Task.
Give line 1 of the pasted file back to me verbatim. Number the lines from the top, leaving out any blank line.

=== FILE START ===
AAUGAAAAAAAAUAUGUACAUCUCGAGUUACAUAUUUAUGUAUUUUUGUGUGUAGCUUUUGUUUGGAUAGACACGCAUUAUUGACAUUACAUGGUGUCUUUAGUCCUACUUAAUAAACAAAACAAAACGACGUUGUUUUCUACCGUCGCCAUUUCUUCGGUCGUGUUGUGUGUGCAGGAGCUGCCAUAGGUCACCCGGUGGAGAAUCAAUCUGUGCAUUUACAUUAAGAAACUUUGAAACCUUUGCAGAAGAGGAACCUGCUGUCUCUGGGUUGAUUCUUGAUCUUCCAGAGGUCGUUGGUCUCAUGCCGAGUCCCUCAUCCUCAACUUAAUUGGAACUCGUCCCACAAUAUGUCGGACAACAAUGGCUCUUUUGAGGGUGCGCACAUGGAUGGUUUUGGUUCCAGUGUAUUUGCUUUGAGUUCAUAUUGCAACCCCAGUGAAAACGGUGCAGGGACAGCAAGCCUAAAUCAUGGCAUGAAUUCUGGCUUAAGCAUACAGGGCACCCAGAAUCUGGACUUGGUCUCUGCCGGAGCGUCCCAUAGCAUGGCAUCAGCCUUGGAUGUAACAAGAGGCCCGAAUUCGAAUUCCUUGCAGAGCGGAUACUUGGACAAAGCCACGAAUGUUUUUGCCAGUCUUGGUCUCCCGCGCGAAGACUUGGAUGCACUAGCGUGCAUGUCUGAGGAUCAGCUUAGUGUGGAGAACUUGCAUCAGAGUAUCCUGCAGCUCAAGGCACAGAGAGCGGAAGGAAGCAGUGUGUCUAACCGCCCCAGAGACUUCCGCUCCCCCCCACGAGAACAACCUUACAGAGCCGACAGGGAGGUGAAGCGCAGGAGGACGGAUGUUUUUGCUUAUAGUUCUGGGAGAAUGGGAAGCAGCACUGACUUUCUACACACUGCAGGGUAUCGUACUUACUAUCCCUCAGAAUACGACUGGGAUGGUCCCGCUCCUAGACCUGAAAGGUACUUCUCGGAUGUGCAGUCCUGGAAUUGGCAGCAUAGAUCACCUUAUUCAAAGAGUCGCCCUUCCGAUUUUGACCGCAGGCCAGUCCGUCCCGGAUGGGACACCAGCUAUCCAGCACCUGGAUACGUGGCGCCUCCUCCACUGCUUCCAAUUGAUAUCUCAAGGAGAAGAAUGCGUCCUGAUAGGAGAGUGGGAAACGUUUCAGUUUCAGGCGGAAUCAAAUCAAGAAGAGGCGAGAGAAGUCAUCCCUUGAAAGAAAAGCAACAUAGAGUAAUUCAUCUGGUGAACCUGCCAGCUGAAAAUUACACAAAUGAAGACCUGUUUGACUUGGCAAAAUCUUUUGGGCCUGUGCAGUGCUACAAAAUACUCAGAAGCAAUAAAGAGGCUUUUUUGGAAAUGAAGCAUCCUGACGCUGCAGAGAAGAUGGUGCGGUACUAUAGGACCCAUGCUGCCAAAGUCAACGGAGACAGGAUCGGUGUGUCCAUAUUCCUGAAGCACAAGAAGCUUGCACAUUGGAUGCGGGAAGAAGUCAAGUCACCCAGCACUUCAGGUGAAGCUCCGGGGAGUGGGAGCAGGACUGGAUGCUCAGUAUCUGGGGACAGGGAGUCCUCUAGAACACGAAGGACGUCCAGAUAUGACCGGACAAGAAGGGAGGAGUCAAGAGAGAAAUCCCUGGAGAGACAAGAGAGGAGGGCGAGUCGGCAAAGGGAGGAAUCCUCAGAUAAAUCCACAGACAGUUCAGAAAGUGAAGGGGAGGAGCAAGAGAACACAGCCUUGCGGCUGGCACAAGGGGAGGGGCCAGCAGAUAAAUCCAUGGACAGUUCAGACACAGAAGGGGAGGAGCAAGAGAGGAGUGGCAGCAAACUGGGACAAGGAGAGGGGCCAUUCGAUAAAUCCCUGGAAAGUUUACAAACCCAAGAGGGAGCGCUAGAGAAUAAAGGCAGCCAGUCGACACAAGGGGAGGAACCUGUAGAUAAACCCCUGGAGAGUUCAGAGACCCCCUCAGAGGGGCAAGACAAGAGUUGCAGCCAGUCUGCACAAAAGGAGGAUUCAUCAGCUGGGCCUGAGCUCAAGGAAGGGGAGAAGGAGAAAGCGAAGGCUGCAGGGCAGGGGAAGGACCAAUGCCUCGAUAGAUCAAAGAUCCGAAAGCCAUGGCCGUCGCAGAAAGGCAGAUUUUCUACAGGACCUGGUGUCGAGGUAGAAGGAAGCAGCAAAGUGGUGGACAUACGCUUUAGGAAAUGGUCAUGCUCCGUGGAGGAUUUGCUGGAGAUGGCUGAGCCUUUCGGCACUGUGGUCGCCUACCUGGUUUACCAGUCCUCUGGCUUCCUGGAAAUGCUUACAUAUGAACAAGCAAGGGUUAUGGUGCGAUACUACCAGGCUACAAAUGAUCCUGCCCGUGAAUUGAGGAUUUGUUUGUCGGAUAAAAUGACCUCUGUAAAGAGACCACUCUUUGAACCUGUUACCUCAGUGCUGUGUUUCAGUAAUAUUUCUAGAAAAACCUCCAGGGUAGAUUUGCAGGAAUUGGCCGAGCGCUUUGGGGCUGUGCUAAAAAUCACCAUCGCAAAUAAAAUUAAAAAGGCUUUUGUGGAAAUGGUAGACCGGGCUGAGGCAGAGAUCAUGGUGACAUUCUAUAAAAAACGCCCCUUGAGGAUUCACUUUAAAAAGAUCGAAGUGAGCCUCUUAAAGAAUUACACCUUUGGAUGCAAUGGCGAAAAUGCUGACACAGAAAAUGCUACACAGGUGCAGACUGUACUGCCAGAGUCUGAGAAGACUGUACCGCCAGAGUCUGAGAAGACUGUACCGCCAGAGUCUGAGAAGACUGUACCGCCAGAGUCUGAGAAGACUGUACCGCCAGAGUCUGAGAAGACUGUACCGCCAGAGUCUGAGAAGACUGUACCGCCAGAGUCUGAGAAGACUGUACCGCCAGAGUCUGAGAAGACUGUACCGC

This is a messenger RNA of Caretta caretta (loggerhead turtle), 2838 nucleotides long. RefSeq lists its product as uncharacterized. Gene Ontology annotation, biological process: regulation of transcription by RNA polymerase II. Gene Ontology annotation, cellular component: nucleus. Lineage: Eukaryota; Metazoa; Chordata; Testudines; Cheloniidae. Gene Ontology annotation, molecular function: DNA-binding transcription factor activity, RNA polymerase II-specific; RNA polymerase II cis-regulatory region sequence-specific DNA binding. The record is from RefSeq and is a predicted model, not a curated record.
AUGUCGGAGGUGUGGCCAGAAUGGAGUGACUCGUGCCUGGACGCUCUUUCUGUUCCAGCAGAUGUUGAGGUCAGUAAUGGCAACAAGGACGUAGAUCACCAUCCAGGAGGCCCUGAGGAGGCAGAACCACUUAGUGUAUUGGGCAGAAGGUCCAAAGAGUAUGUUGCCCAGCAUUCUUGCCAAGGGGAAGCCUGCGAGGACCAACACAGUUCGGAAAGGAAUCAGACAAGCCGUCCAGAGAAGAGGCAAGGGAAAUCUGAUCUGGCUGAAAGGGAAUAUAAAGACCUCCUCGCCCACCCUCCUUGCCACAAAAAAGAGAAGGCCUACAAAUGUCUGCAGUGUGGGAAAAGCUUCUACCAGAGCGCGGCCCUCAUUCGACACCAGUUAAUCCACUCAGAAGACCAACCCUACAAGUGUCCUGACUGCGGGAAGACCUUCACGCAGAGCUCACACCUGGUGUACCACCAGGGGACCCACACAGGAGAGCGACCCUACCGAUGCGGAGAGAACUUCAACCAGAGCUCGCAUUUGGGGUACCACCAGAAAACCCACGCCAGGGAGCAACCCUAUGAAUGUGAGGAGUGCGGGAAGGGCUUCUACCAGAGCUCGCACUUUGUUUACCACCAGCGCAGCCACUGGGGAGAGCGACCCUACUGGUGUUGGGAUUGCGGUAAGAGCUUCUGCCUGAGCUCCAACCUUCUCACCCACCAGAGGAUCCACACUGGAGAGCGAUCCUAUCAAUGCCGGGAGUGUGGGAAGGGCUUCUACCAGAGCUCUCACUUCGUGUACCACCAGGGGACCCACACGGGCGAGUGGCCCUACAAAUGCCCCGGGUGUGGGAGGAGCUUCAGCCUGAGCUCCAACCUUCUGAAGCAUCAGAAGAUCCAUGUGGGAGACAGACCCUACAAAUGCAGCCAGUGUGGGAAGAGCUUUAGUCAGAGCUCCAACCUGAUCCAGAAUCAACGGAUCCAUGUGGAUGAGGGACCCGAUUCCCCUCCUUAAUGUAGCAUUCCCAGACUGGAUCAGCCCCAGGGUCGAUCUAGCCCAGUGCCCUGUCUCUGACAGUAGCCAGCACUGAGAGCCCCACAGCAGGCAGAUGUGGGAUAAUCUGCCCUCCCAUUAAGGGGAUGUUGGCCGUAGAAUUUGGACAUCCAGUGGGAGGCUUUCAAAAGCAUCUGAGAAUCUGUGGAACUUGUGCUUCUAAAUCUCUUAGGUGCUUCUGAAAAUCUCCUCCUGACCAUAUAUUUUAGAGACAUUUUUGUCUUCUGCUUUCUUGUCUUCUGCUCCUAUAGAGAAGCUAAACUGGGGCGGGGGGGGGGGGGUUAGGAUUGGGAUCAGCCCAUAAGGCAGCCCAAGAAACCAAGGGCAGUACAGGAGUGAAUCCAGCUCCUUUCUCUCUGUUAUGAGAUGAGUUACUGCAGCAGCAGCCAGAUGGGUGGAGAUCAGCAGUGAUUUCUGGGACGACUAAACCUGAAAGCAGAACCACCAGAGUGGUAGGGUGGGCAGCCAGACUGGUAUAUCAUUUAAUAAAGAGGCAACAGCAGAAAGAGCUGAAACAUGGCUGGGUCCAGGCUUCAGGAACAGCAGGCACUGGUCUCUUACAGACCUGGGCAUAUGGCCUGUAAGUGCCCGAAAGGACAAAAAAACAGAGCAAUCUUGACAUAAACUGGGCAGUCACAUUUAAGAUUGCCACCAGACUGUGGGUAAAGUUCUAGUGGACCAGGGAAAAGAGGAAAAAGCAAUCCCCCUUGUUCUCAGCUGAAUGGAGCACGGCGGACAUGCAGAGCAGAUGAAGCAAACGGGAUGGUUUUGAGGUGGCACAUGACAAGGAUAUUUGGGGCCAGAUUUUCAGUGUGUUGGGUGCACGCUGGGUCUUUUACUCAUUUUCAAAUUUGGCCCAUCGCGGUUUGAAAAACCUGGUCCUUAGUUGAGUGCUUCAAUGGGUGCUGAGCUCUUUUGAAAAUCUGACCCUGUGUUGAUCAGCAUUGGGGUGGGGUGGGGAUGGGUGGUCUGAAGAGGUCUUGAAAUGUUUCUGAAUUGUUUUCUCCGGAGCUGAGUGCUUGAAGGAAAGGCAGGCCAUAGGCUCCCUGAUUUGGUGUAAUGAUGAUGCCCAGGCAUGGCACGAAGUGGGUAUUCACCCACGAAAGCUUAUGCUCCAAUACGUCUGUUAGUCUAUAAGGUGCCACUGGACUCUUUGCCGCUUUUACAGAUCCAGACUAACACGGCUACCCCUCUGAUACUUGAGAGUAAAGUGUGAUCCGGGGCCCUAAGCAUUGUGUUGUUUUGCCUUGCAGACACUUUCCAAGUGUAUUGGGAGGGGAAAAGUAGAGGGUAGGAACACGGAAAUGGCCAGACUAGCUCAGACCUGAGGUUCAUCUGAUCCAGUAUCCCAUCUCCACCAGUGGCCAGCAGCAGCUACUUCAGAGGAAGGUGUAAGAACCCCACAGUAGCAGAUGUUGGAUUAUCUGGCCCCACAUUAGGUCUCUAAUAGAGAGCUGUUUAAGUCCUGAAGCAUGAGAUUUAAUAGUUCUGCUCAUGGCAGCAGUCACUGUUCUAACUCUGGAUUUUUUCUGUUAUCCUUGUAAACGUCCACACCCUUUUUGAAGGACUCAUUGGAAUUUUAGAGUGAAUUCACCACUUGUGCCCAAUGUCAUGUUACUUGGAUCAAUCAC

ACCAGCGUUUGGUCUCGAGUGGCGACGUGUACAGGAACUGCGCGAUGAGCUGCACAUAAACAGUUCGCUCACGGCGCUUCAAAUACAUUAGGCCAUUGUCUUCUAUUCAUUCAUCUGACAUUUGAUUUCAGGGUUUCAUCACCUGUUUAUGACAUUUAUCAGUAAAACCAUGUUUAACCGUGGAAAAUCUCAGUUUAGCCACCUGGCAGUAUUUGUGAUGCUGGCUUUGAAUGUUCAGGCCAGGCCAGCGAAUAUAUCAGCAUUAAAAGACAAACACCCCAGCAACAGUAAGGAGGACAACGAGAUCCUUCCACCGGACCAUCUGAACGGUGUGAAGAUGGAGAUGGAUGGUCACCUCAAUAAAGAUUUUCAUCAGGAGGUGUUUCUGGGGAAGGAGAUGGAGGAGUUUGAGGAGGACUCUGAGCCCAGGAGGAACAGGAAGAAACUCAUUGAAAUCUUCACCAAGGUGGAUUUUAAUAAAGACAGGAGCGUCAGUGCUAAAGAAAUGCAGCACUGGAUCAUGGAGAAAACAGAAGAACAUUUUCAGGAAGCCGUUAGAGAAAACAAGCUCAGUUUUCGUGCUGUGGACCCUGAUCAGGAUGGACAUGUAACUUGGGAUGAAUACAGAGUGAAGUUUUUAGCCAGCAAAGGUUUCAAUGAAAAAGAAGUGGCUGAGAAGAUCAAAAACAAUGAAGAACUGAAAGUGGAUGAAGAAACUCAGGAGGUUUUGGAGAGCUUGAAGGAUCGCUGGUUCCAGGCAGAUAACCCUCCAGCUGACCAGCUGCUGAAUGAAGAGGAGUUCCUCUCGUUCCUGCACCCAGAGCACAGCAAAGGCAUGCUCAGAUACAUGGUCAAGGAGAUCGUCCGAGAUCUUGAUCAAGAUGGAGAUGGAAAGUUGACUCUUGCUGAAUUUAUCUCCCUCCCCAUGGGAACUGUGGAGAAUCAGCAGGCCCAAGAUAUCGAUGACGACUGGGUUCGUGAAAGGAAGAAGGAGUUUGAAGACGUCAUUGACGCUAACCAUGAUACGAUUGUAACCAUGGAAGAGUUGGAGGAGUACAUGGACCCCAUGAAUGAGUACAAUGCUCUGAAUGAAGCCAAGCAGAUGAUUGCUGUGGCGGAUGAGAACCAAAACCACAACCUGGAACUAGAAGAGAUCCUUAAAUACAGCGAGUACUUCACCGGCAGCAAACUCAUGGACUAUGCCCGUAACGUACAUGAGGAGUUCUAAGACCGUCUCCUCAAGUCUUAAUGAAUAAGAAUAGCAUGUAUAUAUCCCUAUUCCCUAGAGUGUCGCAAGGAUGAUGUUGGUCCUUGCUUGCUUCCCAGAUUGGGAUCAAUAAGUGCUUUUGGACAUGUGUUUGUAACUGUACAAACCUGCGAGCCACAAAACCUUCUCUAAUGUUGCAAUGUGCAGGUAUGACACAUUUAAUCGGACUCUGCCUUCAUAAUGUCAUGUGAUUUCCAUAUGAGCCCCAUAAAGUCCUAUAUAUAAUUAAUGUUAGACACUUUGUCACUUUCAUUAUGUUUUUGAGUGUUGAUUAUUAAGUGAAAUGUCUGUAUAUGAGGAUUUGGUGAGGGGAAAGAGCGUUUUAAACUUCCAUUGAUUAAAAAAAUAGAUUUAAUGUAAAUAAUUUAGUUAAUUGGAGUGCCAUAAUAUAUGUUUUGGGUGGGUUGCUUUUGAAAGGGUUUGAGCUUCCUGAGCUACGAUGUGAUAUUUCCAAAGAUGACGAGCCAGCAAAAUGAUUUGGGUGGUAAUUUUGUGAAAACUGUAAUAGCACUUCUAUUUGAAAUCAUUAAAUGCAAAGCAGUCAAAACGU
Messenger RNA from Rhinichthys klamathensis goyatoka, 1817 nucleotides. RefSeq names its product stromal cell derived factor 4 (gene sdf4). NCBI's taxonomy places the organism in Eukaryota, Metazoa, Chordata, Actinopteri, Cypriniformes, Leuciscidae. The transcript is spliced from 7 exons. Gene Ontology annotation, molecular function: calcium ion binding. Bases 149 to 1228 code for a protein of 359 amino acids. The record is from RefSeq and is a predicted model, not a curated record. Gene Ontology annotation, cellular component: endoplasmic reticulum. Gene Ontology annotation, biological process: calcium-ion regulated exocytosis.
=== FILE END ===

AAUGAAAAAAAAUAUGUACAUCUCGAGUUACAUAUUUAUGUAUUUUUGUGUGUAGCUUUUGUUUGGAUAGACACGCAUUAUUGACAUUACAUGGUGUCUUUAGUCCUACUUAAUAAACAAAACAAAACGACGUUGUUUUCUACCGUCGCCAUUUCUUCGGUCGUGUUGUGUGUGCAGGAGCUGCCAUAGGUCACCCGGUGGAGAAUCAAUCUGUGCAUUUACAUUAAGAAACUUUGAAACCUUUGCAGAAGAGGAACCUGCUGUCUCUGGGUUGAUUCUUGAUCUUCCAGAGGUCGUUGGUCUCAUGCCGAGUCCCUCAUCCUCAACUUAAUUGGAACUCGUCCCACAAUAUGUCGGACAACAAUGGCUCUUUUGAGGGUGCGCACAUGGAUGGUUUUGGUUCCAGUGUAUUUGCUUUGAGUUCAUAUUGCAACCCCAGUGAAAACGGUGCAGGGACAGCAAGCCUAAAUCAUGGCAUGAAUUCUGGCUUAAGCAUACAGGGCACCCAGAAUCUGGACUUGGUCUCUGCCGGAGCGUCCCAUAGCAUGGCAUCAGCCUUGGAUGUAACAAGAGGCCCGAAUUCGAAUUCCUUGCAGAGCGGAUACUUGGACAAAGCCACGAAUGUUUUUGCCAGUCUUGGUCUCCCGCGCGAAGACUUGGAUGCACUAGCGUGCAUGUCUGAGGAUCAGCUUAGUGUGGAGAACUUGCAUCAGAGUAUCCUGCAGCUCAAGGCACAGAGAGCGGAAGGAAGCAGUGUGUCUAACCGCCCCAGAGACUUCCGCUCCCCCCCACGAGAACAACCUUACAGAGCCGACAGGGAGGUGAAGCGCAGGAGGACGGAUGUUUUUGCUUAUAGUUCUGGGAGAAUGGGAAGCAGCACUGACUUUCUACACACUGCAGGGUAUCGUACUUACUAUCCCUCAGAAUACGACUGGGAUGGUCCCGCUCCUAGACCUGAAAGGUACUUCUCGGAUGUGCAGUCCUGGAAUUGGCAGCAUAGAUCACCUUAUUCAAAGAGUCGCCCUUCCGAUUUUGACCGCAGGCCAGUCCGUCCCGGAUGGGACACCAGCUAUCCAGCACCUGGAUACGUGGCGCCUCCUCCACUGCUUCCAAUUGAUAUCUCAAGGAGAAGAAUGCGUCCUGAUAGGAGAGUGGGAAACGUUUCAGUUUCAGGCGGAAUCAAAUCAAGAAGAGGCGAGAGAAGUCAUCCCUUGAAAGAAAAGCAACAUAGAGUAAUUCAUCUGGUGAACCUGCCAGCUGAAAAUUACACAAAUGAAGACCUGUUUGACUUGGCAAAAUCUUUUGGGCCUGUGCAGUGCUACAAAAUACUCAGAAGCAAUAAAGAGGCUUUUUUGGAAAUGAAGCAUCCUGACGCUGCAGAGAAGAUGGUGCGGUACUAUAGGACCCAUGCUGCCAAAGUCAACGGAGACAGGAUCGGUGUGUCCAUAUUCCUGAAGCACAAGAAGCUUGCACAUUGGAUGCGGGAAGAAGUCAAGUCACCCAGCACUUCAGGUGAAGCUCCGGGGAGUGGGAGCAGGACUGGAUGCUCAGUAUCUGGGGACAGGGAGUCCUCUAGAACACGAAGGACGUCCAGAUAUGACCGGACAAGAAGGGAGGAGUCAAGAGAGAAAUCCCUGGAGAGACAAGAGAGGAGGGCGAGUCGGCAAAGGGAGGAAUCCUCAGAUAAAUCCACAGACAGUUCAGAAAGUGAAGGGGAGGAGCAAGAGAACACAGCCUUGCGGCUGGCACAAGGGGAGGGGCCAGCAGAUAAAUCCAUGGACAGUUCAGACACAGAAGGGGAGGAGCAAGAGAGGAGUGGCAGCAAACUGGGACAAGGAGAGGGGCCAUUCGAUAAAUCCCUGGAAAGUUUACAAACCCAAGAGGGAGCGCUAGAGAAUAAAGGCAGCCAGUCGACACAAGGGGAGGAACCUGUAGAUAAACCCCUGGAGAGUUCAGAGACCCCCUCAGAGGGGCAAGACAAGAGUUGCAGCCAGUCUGCACAAAAGGAGGAUUCAUCAGCUGGGCCUGAGCUCAAGGAAGGGGAGAAGGAGAAAGCGAAGGCUGCAGGGCAGGGGAAGGACCAAUGCCUCGAUAGAUCAAAGAUCCGAAAGCCAUGGCCGUCGCAGAAAGGCAGAUUUUCUACAGGACCUGGUGUCGAGGUAGAAGGAAGCAGCAAAGUGGUGGACAUACGCUUUAGGAAAUGGUCAUGCUCCGUGGAGGAUUUGCUGGAGAUGGCUGAGCCUUUCGGCACUGUGGUCGCCUACCUGGUUUACCAGUCCUCUGGCUUCCUGGAAAUGCUUACAUAUGAACAAGCAAGGGUUAUGGUGCGAUACUACCAGGCUACAAAUGAUCCUGCCCGUGAAUUGAGGAUUUGUUUGUCGGAUAAAAUGACCUCUGUAAAGAGACCACUCUUUGAACCUGUUACCUCAGUGCUGUGUUUCAGUAAUAUUUCUAGAAAAACCUCCAGGGUAGAUUUGCAGGAAUUGGCCGAGCGCUUUGGGGCUGUGCUAAAAAUCACCAUCGCAAAUAAAAUUAAAAAGGCUUUUGUGGAAAUGGUAGACCGGGCUGAGGCAGAGAUCAUGGUGACAUUCUAUAAAAAACGCCCCUUGAGGAUUCACUUUAAAAAGAUCGAAGUGAGCCUCUUAAAGAAUUACACCUUUGGAUGCAAUGGCGAAAAUGCUGACACAGAAAAUGCUACACAGGUGCAGACUGUACUGCCAGAGUCUGAGAAGACUGUACCGCCAGAGUCUGAGAAGACUGUACCGCCAGAGUCUGAGAAGACUGUACCGCCAGAGUCUGAGAAGACUGUACCGCCAGAGUCUGAGAAGACUGUACCGCCAGAGUCUGAGAAGACUGUACCGCCAGAGUCUGAGAAGACUGUACCGCCAGAGUCUGAGAAGACUGUACCGC